Inflation Doesn’t Mean You Deserve $15/hr

Inflation Doesn’t Mean You Deserve $15/hr

You are toiling at your minimum wage job when you hear your boss talking about making only $5 an hour when he was starting out in 1980. You think to yourself, “Wait a second, I’m not falling for that! I know about inflation.” You quickly search an inflation calculator and see that the same wage today would be $15 per hour. You walk away convinced you deserve $15 per hour. After all, your boss made that much in 1980!

You were smart to consider the effects of inflation, but here there is more than meets the eye.

While the inflation calculator shows there has been inflation, it cannot show you that the value of goods, services, and labor do not necessarily rise at the same rate as inflation. Because of shifts in supply and demand, these values show substantial variability relative to the inflation rate over time. These factors, like costs, efficiency, and subjective value added, mean you can’t simply adjust your boss’s starting wage from 1980 for inflation and claim you are owed the inflation-adjusted amount. If you applied that thinking to the average television set, you would expect to pay over $1,000 for the set today. Instead, the inflation-adjusted price of TVs has drastically fallen since 1980.

In fact, the cost of household goods has fallen by as much as 95 percent during this time. This means that today, you can buy far more goods for fewer hours of work than you could in 1980.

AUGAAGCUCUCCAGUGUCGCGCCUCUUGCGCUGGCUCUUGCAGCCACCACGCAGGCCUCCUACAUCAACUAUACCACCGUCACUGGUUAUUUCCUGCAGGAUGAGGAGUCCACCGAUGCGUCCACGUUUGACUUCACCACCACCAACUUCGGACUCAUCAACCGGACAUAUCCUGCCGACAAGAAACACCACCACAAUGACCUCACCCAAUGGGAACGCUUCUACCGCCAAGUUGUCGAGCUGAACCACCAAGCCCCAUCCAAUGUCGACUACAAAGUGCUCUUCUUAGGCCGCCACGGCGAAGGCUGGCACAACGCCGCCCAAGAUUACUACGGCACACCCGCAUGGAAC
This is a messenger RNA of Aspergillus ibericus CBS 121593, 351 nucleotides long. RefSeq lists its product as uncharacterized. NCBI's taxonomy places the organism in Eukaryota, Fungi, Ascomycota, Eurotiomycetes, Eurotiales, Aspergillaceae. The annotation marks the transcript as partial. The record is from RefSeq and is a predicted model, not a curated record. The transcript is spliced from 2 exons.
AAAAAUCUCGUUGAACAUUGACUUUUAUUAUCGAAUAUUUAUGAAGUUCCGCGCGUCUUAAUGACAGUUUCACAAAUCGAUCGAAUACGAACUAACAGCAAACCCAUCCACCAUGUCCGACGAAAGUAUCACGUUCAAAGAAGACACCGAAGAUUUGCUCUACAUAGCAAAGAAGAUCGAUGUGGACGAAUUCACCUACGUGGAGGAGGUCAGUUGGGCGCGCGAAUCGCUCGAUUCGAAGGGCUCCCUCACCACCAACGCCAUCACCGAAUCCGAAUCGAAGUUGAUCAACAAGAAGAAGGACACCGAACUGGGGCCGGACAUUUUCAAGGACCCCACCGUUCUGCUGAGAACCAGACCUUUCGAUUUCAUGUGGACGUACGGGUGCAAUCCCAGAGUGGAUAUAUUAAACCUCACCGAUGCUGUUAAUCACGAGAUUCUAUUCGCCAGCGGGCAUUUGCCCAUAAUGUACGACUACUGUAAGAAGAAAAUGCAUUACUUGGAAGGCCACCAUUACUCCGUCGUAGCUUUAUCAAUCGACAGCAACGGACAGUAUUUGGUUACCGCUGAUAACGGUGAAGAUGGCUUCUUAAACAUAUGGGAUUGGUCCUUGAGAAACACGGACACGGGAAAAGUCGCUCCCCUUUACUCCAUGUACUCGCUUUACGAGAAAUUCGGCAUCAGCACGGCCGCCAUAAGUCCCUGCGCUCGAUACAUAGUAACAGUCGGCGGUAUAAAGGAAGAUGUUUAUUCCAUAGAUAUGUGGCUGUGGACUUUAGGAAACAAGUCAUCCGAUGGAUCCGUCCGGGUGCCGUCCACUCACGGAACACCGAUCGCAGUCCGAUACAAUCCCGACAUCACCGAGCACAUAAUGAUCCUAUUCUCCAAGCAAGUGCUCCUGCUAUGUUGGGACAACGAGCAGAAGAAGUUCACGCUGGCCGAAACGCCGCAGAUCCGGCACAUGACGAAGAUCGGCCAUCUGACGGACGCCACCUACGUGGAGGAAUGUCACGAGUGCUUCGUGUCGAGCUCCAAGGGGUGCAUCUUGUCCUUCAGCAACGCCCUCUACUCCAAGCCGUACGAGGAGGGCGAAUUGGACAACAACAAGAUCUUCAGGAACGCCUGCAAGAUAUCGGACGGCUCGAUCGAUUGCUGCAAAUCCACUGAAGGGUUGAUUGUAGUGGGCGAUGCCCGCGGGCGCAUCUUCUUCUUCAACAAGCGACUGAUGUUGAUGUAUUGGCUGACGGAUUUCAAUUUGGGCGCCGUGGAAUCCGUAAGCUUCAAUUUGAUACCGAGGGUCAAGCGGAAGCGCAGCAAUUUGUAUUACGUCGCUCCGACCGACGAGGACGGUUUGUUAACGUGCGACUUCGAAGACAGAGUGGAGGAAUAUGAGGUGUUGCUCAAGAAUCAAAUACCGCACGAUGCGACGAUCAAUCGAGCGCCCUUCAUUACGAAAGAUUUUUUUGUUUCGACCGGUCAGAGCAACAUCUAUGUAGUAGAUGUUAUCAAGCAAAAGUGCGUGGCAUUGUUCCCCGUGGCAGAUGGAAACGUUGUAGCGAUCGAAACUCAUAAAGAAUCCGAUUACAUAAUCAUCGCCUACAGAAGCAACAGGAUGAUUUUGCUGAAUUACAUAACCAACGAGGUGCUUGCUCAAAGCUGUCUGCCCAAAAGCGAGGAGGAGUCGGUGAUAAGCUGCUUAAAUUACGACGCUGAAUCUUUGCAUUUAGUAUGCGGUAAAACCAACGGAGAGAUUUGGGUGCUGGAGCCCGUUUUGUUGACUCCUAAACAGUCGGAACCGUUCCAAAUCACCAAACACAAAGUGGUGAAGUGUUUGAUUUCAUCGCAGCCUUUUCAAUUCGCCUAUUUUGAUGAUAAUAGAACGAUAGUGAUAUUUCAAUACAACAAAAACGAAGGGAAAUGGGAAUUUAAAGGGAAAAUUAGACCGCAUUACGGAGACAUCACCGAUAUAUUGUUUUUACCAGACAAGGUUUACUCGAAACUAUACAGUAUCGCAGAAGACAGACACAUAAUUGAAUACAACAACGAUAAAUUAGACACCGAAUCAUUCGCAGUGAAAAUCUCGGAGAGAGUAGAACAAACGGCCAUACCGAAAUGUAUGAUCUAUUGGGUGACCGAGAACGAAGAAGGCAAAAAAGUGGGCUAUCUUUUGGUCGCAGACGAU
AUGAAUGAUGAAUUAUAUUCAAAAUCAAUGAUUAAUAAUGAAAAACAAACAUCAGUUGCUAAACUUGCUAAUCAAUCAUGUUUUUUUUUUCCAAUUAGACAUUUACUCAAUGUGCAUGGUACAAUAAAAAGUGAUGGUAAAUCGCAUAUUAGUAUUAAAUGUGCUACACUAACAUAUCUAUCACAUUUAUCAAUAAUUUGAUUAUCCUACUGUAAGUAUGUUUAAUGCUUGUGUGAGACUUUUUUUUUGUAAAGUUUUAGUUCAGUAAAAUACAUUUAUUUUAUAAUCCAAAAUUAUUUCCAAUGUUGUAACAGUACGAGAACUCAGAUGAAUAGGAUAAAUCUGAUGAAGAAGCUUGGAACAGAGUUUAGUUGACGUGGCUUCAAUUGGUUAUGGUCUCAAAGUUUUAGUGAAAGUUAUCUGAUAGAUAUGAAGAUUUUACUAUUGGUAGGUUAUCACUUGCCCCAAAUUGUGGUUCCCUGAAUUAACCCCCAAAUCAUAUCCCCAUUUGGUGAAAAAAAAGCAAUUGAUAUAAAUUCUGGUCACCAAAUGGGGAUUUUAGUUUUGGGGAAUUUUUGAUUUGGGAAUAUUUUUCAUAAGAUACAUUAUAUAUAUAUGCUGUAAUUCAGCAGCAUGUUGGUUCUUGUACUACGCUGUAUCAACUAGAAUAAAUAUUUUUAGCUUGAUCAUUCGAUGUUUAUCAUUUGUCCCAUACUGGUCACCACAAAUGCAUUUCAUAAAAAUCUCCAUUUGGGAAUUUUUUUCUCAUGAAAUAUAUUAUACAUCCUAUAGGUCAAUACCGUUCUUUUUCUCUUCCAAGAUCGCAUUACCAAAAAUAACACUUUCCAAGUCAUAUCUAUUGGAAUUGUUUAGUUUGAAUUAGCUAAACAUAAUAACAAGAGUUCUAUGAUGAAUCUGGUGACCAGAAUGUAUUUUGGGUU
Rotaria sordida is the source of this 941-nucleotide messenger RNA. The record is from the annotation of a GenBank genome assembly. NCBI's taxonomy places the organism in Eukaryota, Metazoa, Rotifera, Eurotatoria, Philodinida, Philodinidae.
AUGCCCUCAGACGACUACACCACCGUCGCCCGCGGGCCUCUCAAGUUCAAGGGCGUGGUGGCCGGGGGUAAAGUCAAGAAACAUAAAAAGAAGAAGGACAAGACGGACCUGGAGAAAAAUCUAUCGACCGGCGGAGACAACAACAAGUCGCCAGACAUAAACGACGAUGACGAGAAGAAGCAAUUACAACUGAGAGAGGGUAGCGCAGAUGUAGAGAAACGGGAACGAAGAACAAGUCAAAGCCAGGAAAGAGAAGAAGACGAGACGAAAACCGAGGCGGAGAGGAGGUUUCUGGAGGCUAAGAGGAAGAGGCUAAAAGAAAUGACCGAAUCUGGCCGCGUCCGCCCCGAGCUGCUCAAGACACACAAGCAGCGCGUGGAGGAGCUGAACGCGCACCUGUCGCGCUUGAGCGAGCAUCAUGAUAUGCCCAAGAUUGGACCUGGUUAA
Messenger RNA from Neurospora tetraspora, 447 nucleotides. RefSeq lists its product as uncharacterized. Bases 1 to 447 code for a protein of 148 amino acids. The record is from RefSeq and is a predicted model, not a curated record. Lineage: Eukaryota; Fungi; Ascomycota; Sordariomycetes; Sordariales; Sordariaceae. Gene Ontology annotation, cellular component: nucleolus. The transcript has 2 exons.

The Costs and Value

You may think the television has nothing to do with stagnant wages, but consider this: the cost of the TV decreased over time, and so did the cost of doing your job.

Think about a simple office internship that hasn’t changed much over the years. “The work is virtually the same,” you think, “and you produce the same product as your boss did when he was an intern.” But tasks that you can do in under a minute today may have taken hours in 1980.

Today, the internet puts virtually all of human knowledge at one’s fingertips for instantaneous answers. In 1980, it took tabbing through file folders, visiting a library, or talking to actual people to find the same information. And producing a document now is hardly a task, whereas dealing with a typewriter or early word processor required more focus and time to manage the content and formatting. Both the effort and the cost to produce the same outcome today are far lower than they were in 1980.

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Ben Dierker, Constitutional and Legal Affairs Associate